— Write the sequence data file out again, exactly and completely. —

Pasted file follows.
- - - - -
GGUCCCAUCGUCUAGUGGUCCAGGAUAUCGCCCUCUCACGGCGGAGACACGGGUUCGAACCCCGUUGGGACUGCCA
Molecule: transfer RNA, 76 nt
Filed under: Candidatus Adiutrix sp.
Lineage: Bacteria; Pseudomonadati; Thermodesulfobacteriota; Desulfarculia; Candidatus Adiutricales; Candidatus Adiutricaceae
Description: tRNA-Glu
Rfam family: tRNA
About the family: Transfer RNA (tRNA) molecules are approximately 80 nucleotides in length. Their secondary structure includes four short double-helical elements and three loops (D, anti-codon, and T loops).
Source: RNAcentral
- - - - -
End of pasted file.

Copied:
GGUCCCAUCGUCUAGUGGUCCAGGAUAUCGCCCUCUCACGGCGGAGACACGGGUUCGAACCCCGUUGGGACUGCCA
Molecule: transfer RNA, 76 nt
Filed under: Candidatus Adiutrix sp.
Lineage: Bacteria; Pseudomonadati; Thermodesulfobacteriota; Desulfarculia; Candidatus Adiutricales; Candidatus Adiutricaceae
Description: tRNA-Glu
Rfam family: tRNA
About the family: Transfer RNA (tRNA) molecules are approximately 80 nucleotides in length. Their secondary structure includes four short double-helical elements and three loops (D, anti-codon, and T loops).
Source: RNAcentral